Paul Charlton took careful steps to delay his capture after murdering his girlfriend 16 years ago.
He took the dog for a walk to create an alibi, and damaged wooden panelling on Joanne Howell's garage door to make it look like an intruder had broken in.
Charlton removed the 51-year-old's clothing to make it appear like she was the victim of a sex attack, hid the weapons he used to kill her and gave police several fake suspects.
He managed to get away with Ms Howell's murder for 14 years, until he was charged in early-2021.
Even as he faced a Supreme Court murder trial, he was able to walk into court each day as a free man after being bailed.
He collapsed in court earlier this year as the jury delivered a guilty verdict, clutching the side of his chest, and was taken to hospital under police guard.
But Charlton finally learnt his fate on Wednesday.
Appearing by video link from prison, claiming he was too sick to come to court in person, the 69-year-old closed his eyes and appeared teary as he was told he would likely die in prison.
"For approximately 13 and half years you were able to live in the community without facing the full consequences of murdering Ms Howell," Justice James Elliott told Charlton.
"You must now face the full consequences of your crime."
The judge handed Charlton a 24-year prison sentence, and he will have to serve at least 19 years before he can apply for parole.
"Given your age, there is a very real prospect you will spend the remainder of your life in custody," Justice Elliott said.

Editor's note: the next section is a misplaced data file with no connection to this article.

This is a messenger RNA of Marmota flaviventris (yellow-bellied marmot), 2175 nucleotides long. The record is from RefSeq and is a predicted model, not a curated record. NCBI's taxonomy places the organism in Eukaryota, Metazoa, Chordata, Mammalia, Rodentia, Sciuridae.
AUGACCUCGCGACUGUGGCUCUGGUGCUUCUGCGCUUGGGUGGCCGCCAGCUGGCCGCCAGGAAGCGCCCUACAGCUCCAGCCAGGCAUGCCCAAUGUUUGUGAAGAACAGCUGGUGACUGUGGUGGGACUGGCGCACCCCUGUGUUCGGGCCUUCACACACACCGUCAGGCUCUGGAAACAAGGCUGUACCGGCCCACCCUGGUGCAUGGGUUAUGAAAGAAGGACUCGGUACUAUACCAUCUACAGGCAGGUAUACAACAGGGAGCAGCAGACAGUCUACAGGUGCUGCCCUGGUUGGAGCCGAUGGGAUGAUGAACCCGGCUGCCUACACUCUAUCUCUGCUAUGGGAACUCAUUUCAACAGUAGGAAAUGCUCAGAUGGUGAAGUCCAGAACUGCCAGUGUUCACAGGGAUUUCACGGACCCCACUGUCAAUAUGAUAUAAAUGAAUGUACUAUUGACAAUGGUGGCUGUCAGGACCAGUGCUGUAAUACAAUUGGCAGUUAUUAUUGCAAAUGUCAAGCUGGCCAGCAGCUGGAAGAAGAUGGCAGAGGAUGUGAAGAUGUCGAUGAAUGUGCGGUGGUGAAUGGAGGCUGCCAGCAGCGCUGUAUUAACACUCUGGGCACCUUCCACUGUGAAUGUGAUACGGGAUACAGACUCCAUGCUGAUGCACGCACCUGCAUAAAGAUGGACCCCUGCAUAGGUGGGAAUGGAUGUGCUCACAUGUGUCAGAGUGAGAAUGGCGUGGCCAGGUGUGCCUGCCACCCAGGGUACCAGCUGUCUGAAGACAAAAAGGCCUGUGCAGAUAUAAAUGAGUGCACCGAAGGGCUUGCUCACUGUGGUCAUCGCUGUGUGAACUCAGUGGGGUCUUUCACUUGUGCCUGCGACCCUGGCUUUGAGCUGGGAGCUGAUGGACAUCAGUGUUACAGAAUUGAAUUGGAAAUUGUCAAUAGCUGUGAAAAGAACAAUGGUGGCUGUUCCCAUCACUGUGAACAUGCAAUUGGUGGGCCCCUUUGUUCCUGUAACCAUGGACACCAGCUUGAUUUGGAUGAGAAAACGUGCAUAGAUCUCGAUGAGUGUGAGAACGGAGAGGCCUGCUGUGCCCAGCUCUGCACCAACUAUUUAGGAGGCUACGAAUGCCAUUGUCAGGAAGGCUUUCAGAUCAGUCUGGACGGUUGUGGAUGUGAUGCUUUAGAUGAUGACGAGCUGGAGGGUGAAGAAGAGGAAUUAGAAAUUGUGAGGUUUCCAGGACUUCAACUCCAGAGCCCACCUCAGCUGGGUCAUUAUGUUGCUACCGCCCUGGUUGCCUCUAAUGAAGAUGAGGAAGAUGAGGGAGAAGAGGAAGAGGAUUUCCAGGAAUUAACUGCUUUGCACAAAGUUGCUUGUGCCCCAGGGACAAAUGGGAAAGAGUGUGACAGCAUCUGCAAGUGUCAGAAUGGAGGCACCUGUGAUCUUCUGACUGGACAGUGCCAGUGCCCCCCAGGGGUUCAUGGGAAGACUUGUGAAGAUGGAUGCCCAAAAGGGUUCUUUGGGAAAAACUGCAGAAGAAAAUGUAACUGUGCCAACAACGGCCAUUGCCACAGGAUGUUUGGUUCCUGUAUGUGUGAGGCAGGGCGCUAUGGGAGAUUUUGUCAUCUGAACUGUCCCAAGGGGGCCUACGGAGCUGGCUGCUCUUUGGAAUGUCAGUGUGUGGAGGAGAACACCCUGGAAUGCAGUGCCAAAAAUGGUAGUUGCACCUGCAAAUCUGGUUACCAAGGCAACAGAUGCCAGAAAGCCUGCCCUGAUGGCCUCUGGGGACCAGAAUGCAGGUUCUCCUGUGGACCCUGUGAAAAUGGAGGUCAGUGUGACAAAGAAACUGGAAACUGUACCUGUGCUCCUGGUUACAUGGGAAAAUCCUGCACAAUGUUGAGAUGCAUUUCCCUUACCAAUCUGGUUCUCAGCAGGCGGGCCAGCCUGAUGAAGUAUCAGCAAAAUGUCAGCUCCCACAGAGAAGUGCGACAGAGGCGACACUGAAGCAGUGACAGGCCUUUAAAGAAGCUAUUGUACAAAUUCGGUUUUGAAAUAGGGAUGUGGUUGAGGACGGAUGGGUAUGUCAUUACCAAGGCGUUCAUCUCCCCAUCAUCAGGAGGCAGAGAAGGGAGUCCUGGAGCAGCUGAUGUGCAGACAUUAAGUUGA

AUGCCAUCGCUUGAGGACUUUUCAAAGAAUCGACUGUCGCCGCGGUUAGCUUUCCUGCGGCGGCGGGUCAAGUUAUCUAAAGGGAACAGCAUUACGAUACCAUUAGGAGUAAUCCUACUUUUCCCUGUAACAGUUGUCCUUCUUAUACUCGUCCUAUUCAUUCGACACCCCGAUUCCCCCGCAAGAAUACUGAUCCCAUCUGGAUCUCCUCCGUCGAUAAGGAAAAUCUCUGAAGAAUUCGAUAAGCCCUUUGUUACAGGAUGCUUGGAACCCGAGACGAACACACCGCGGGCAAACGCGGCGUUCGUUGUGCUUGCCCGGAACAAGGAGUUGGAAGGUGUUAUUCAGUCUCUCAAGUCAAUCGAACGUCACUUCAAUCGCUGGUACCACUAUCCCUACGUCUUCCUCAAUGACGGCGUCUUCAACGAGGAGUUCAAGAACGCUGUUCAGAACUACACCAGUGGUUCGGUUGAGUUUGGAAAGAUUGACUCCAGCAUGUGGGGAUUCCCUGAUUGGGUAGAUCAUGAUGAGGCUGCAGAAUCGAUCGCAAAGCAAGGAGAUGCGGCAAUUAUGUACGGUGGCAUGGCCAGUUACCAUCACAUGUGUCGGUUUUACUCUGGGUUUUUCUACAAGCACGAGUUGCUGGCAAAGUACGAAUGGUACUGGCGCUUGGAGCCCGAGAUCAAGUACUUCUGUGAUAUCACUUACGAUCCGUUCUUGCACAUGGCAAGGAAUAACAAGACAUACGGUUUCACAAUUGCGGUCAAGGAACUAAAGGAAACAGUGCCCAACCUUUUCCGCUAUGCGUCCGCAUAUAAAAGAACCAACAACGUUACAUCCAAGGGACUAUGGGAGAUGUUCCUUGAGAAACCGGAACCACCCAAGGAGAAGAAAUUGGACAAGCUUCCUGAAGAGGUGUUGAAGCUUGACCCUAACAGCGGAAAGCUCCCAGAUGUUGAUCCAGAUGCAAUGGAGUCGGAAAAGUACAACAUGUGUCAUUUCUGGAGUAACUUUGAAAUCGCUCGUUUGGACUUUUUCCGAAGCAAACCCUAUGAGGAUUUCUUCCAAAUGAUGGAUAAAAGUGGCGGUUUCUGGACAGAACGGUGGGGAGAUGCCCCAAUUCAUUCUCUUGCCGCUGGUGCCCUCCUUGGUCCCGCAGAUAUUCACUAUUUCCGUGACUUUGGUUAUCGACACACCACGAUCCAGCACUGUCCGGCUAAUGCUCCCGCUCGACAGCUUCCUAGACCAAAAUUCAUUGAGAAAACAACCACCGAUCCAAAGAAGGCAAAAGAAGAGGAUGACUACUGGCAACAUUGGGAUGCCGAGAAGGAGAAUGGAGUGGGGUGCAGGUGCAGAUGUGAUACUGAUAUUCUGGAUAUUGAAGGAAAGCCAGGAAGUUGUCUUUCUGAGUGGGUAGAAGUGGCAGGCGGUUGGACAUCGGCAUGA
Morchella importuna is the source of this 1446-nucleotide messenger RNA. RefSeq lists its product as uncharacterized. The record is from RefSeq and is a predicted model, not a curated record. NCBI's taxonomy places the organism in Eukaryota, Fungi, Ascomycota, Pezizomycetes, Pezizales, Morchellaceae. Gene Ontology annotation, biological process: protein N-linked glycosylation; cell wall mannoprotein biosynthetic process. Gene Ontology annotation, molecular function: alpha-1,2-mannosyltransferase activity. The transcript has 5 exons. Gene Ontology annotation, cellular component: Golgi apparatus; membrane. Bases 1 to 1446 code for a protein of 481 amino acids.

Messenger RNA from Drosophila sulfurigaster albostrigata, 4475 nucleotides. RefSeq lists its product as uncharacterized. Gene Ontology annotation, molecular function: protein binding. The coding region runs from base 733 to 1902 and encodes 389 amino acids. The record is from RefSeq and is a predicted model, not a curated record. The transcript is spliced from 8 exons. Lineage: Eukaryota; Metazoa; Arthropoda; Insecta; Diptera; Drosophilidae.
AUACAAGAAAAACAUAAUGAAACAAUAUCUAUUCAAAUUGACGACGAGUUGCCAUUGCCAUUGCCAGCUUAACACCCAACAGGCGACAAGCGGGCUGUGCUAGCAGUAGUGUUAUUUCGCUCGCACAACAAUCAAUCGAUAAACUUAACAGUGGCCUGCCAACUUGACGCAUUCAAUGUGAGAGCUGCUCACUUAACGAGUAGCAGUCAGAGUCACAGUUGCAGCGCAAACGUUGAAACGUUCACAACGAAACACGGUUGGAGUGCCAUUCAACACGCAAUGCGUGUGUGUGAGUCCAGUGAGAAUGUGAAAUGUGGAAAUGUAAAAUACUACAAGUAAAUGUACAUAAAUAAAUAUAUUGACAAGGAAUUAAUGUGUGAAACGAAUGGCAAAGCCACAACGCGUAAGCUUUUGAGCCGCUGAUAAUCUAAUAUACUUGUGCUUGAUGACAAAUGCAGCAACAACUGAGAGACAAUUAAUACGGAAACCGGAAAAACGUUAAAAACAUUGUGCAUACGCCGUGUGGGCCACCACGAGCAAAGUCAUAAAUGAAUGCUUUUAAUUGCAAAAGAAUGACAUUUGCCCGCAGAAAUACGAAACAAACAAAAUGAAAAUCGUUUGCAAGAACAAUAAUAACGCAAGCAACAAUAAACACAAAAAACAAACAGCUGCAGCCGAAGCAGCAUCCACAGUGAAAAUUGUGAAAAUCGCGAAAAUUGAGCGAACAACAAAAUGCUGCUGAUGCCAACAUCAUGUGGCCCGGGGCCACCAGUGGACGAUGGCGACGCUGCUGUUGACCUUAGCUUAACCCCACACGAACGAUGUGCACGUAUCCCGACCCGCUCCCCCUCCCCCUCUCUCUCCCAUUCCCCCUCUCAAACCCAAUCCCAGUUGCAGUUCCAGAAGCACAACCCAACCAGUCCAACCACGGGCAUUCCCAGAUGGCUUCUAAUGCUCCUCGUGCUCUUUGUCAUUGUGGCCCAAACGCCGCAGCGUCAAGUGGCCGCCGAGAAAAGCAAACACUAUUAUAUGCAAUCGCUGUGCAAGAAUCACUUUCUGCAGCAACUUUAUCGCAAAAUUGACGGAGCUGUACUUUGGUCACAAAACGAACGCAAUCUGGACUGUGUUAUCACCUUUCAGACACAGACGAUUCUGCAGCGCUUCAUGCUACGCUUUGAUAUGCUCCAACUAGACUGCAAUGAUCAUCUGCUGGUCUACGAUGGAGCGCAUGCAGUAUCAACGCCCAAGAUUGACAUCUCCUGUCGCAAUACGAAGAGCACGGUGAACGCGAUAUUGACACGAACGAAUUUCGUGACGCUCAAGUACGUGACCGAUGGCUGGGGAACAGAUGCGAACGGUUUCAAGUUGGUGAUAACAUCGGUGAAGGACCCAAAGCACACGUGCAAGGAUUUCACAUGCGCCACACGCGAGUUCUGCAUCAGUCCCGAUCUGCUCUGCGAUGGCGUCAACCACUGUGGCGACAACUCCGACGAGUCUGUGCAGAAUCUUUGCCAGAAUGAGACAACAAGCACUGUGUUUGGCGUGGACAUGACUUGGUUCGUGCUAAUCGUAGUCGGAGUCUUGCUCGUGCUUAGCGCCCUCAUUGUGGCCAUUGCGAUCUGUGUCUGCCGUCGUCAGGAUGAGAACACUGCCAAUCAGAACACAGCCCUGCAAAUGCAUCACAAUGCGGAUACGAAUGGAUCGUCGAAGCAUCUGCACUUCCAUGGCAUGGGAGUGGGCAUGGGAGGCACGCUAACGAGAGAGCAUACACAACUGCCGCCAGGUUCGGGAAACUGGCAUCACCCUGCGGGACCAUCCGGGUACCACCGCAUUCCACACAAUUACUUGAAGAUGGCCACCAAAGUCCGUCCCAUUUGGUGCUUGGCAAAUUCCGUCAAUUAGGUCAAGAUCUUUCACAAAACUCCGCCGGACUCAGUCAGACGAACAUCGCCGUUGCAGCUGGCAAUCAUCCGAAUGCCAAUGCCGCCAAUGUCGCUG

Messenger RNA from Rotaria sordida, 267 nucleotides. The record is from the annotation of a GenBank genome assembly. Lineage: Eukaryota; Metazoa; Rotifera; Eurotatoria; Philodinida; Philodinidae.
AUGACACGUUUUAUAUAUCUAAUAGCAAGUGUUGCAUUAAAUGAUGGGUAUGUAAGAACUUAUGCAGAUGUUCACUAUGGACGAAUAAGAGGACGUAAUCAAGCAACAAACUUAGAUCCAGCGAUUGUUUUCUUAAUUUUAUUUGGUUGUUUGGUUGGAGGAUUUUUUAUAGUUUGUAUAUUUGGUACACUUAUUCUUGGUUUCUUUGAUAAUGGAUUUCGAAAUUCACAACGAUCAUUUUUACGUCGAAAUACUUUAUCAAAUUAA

Ms Howell wanted Charlton out of her home and her life before he killed her on April 21, 2007.
They had argued for months and on the day she was killed, she'd given him four weeks to move out of her Hughesdale unit, in Melbourne's southeast.
But instead of leaving, Charlton hit Ms Howell in the head, rendering her unconscious, and strangled her using a ligature.
Justice Elliott said it was an extreme act of domestic violence made more serious by his actions after the killing, which included pretending he was walking the dog and tampering with the scene.
Charlton even applied for victim's compensation over her death.
"You took deceitful steps to conceal your involvement in the murder," he said.
"You actively sought to deflect suspicion away from you in the immediate aftermath of her death."
Outside court, Lisa Hennessy described her relief after 16 years of fighting for justice for her older sister.
"He got what he deserves," she said.
"He's going to die in prison ... he's going to get justice for all the women that have died at a man's hand."
Asked how she felt about Charlton not appearing in person for his sentence, she said "he's a coward".
"He's been running for 16 years and he can't run anymore," Ms Hennessy said.
Ms Howell's family pumped their fists in the air and smiled as they left court.
1800 RESPECT (1800 737 732)
Lifeline 13 11 14
Australian Associated Press